The highlights of my trips to Hokkaido always include the sights I saw and the activities I did. It was so cool to be given the opportunity to learn how to make soba at Sairo Observatory, at the same time getting an amazing view of Lake Toya.
To the noobs: soba is skinny noodle made of buckwheat flour, one of the more popular dishes in Japan. There are many ways to cook soba — it can be served hot or cold, on its own or in soup. Since it’s a popular dish, it’s very easy to find soba in when you’re there (in fact, even in KL).
The restaurant on the top floor of the Sairo Observatory that’s overlooking the view of the gorgeous Lake Toya not only serves soba, but holds soba making classes, too.
To start, the instructor handed us cloth wipes to sanitize our hands (first things first!). Then he gave each of us our own buckwheat dough in a plastic bag and taught us how to fluff, flatten and the cut the dough into pieces. It’s no mean feat — flattening up the dough and making it even took about 15 minutes and a lot of pressing. We still needed the instructor’s help to make the flattened dough soba-worthy.
After that the now thin dough was folded and then cut into very thin pieces. Well, at least that’s what we were instructed to do.
I forgot that we were making soba and had another Japanese noodle in mind the whole time, so I ended up not slicing the dough into thin pieces but made them thick -_-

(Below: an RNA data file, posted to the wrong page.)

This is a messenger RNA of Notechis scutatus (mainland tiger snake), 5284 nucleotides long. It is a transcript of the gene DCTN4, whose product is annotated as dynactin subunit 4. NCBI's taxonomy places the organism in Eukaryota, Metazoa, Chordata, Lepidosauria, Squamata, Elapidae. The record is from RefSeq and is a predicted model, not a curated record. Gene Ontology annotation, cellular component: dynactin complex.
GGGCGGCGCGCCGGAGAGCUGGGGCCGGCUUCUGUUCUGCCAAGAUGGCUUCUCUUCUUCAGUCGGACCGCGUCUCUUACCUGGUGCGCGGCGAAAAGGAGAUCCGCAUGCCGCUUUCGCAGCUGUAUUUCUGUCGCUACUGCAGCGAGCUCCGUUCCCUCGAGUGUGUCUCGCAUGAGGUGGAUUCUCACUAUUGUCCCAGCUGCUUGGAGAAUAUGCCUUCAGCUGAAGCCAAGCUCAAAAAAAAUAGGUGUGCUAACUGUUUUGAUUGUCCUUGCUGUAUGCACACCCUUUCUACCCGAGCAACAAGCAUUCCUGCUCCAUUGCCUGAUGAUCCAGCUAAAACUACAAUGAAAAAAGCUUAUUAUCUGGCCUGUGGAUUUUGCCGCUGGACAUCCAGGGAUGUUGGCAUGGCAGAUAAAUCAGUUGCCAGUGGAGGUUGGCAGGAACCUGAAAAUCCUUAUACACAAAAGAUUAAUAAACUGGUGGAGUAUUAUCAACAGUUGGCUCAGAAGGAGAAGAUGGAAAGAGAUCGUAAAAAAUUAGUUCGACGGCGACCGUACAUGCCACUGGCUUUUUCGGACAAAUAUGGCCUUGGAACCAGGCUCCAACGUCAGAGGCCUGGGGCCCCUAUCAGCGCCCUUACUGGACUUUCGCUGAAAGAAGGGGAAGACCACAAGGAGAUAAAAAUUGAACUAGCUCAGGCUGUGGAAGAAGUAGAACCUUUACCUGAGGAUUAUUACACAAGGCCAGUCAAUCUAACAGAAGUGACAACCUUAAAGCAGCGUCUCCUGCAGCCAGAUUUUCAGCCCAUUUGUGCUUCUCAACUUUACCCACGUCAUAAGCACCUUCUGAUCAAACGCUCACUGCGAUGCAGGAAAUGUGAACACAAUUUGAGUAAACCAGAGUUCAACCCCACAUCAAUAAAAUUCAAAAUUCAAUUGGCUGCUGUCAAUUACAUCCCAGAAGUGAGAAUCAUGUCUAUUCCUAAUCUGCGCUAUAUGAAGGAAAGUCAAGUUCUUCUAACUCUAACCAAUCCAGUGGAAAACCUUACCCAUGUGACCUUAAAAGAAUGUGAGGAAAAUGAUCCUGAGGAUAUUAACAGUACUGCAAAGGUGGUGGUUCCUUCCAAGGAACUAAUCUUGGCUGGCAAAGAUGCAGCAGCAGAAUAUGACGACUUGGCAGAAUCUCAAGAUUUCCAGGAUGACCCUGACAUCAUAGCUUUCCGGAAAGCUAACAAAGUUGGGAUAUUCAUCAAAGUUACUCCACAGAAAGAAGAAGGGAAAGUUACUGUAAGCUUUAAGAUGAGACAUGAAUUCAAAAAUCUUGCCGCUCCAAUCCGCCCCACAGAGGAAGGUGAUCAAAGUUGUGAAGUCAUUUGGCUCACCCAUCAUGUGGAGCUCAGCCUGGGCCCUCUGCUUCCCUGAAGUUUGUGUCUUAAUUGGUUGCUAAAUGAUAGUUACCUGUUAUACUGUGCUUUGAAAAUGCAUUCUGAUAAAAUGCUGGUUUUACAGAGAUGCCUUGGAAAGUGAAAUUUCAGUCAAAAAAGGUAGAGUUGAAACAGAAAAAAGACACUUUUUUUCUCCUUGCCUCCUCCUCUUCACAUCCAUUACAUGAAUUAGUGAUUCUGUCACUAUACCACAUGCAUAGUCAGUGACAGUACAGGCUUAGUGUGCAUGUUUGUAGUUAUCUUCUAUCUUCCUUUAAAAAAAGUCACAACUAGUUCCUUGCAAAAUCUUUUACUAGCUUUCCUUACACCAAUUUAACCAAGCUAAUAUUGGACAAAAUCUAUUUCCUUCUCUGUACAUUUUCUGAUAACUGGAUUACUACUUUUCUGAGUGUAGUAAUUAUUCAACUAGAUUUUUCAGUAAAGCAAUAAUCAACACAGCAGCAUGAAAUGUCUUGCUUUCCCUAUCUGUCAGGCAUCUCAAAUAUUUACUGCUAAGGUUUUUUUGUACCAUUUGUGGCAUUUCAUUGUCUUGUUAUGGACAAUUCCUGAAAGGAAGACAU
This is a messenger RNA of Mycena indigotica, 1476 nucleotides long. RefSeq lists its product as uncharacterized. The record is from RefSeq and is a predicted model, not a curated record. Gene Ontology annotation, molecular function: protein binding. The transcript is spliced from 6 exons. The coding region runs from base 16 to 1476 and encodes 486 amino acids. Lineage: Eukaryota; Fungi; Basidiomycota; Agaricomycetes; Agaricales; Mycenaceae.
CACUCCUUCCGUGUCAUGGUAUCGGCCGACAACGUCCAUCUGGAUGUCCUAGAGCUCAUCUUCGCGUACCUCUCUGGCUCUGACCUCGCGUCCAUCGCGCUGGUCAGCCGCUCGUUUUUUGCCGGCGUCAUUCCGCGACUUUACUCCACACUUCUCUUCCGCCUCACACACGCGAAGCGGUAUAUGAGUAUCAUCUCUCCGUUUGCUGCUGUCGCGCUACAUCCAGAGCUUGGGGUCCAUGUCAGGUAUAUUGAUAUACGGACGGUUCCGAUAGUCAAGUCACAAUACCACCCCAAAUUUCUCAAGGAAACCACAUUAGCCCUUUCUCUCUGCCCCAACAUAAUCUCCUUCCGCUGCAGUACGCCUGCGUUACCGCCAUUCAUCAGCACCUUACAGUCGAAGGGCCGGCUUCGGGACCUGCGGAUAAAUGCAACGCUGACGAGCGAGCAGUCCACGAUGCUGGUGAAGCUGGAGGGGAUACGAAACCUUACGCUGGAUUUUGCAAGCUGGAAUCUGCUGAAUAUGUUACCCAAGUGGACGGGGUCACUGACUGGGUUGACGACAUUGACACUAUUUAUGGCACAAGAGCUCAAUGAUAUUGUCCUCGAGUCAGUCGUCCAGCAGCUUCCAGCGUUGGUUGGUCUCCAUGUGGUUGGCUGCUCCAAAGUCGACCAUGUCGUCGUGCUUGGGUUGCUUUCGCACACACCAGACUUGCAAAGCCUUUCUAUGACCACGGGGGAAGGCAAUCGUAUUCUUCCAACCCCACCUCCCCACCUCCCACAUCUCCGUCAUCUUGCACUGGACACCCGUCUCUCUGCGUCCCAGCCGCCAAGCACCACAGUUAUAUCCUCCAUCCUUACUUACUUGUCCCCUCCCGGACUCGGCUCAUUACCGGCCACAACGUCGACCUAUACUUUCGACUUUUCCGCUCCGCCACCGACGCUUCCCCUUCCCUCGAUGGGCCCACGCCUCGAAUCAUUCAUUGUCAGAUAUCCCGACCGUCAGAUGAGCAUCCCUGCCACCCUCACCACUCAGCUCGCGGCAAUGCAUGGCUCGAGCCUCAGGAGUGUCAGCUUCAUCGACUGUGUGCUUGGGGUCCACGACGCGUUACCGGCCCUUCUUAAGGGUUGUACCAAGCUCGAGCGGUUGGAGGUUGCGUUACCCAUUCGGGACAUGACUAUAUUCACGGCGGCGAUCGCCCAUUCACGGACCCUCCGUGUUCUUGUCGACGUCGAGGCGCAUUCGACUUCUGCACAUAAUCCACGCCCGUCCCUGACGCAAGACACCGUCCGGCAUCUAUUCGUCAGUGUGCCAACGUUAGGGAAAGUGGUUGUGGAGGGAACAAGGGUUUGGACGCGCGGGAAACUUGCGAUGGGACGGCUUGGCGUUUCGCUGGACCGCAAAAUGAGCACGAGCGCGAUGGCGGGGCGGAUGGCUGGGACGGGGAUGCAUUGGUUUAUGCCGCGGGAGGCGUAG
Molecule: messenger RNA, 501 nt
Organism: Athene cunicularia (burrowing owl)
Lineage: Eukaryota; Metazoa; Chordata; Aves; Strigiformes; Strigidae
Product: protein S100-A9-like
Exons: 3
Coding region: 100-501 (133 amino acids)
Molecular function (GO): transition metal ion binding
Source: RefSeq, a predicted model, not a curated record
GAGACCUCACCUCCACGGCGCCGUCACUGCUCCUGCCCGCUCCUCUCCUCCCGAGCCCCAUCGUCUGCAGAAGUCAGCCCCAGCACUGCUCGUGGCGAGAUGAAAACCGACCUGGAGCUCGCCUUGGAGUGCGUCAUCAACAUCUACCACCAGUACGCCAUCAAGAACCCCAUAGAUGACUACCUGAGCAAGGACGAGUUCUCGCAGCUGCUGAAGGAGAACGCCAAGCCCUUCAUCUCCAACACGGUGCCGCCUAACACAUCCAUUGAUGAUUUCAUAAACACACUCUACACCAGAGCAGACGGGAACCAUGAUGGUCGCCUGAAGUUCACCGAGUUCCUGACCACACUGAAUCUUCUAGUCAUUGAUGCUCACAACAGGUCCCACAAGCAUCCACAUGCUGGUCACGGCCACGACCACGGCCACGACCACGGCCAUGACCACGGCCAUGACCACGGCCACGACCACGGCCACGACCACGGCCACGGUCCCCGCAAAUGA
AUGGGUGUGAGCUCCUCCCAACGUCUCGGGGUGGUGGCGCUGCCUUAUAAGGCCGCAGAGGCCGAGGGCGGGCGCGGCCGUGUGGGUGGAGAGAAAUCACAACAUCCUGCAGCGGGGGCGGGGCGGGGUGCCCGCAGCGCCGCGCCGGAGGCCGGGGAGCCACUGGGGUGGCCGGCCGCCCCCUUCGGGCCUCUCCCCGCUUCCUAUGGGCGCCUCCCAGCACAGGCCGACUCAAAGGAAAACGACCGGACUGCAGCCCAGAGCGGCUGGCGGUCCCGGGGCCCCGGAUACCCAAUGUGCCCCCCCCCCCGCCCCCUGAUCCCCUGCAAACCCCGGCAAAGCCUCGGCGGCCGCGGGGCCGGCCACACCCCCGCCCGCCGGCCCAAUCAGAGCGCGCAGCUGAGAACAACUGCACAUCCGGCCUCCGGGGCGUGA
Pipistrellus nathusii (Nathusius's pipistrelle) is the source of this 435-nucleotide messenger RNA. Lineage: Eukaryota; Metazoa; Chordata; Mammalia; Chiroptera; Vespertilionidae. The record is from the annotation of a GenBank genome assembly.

Here’s a picture of the result of the model sliced dough, not by me, but by Morita-san who totally nailed it:
After we’re done, the instructor places each of our soba on separate trays and labeled them so he’d know which soba is whose. He took them away to the kitchen, because the boiling part is done by the chefs.
I suppose this isn’t exactly a complete soba making class, since a complete lesson should include learning how to prep the dough, flatten and slice it and how to boil it. We only did the middle part, which is probably the most exciting so I’m OK with it.
As we were waiting for the soba to boil, our meals were delivered. There was rice, a plate of steamed vegetables and seafood (request pork-free dishes beforehand), soup for dipping soba and soy sauce.
Shortly after that, our soba arrived! The labeled bowls were served to their rightful owners. We got to eat the soba we made!
It’s not until I tried my own shoddy-looking soba that I realize that the right technique really plays a role in good-tasting soba. I garnered new respect for soba makers XD
Here’s the result, Morita-san’s perfect soba (I bet she’s done this several times already):
If you’re planning to head up to Lake Toya, drop by Sairo Observatory and take a lesson on soba-making. The class requires a minimum of 3 persons and needs to be booked earlier on.
+81 14 287 2221
This trip was sponsored by Hokkaido Tourism. Thank you Rusutsu Resort for the opportunity to try out dog sledding and LIBUR for giving me the opportunity to explore Hokkaido. For the record, the words written on this post are entirely my own.